Dr. De Lisle Worrell continues to be a controversial figure in Barbados. He suffered the embarrassment of being sacked by former Minister of Finance Chris Sinckler. The blogmaster will remember him for the fact he presided as Governor of the Central Bank during a period popularly labelled the Lost Decade. He continues to be controversial in his current role sitting on the other side of the negotiating table by epresenting some of the external creditors.

The following text is posted to  and makes for interesting reading given his  (Worrell) role as lead negotiator for external creditors and the current state of the Barbados economy.

Discuss for 10 marks.

-David, Blogmaster

Reproduced with permission, the full text of Dr. Delisle Worrell – former Governor of the Central Bank of Barbados – June 2019 newsletter:

The Time Has Come to Permanently Retire All Our Caribbean Currencies Caribbean currencies served a crucial purpose when they were first introduced, but they have now become a nuisance in today’s digitised world.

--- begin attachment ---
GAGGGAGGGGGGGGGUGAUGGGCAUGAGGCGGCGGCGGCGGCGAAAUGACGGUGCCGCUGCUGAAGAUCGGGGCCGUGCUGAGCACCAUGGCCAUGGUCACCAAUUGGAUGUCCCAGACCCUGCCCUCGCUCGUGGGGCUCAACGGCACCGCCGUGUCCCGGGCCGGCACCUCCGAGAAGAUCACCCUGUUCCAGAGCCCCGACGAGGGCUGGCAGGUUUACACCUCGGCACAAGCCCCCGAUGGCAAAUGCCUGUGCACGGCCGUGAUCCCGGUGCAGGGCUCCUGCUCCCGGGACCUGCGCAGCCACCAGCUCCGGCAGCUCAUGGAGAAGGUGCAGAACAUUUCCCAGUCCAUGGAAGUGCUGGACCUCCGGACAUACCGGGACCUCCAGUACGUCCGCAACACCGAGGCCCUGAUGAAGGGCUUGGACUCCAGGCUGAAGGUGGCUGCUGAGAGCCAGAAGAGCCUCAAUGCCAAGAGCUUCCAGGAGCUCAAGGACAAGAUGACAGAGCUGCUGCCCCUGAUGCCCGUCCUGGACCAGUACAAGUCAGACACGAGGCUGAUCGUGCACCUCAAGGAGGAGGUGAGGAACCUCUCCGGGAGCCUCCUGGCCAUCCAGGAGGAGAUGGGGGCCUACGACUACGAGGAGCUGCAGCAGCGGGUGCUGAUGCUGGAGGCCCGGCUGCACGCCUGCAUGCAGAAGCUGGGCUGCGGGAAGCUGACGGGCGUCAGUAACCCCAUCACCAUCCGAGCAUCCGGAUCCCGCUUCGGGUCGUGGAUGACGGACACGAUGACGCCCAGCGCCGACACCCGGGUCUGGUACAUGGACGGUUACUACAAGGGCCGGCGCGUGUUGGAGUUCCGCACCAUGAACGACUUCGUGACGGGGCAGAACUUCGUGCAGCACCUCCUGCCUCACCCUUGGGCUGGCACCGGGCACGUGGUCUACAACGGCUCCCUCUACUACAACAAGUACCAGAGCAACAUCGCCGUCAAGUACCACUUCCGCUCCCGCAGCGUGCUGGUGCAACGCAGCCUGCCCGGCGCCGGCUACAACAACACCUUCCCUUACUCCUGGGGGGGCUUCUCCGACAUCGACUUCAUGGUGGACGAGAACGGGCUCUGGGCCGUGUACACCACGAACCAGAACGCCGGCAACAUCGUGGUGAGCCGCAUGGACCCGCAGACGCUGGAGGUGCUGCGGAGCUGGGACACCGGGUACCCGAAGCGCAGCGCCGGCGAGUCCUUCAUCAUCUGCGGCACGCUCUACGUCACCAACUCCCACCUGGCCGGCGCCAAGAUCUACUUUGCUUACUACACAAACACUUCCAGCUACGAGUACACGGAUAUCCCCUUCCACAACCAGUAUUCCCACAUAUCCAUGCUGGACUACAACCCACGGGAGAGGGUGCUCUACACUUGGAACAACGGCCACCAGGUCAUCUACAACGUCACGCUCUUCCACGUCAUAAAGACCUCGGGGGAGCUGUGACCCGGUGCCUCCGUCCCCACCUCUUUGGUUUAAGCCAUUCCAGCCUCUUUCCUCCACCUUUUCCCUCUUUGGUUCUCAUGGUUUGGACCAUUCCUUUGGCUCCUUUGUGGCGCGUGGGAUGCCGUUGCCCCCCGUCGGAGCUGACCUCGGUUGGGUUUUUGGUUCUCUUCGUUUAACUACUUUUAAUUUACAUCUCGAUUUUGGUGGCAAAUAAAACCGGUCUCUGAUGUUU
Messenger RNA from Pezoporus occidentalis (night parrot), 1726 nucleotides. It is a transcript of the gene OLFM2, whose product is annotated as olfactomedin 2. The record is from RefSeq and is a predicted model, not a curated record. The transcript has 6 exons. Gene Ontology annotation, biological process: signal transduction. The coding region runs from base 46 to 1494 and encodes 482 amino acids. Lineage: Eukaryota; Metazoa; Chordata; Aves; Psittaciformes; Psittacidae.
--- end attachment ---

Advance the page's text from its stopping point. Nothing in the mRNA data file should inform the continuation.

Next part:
The world of commerce and finance today bears no resemblance to the world for which Caribbean currencies were devised. Up until the 1960s in most Caribbean countries, all retail transactions and many wholesale transactions were settled with notes and coins. The means of payment were always scarce in those days, because our countries are so distant from the European capitals that issued the world’s major currencies.

In the first half of the 20th century it became commonplace in countries of the British Empire to issue local currency notes and coins, with values fixed to Sterling (for the most part; the Bahamas and Bermuda were exceptions). These currencies were issued by special Government departments, termed Currency Boards. The Currency Board held an amount of Sterling with the Bank of England or with the British Crown Agents, and issued an equivalent amount of local currency. In this way the amount of the local currency issue could be more easily tailored to local needs.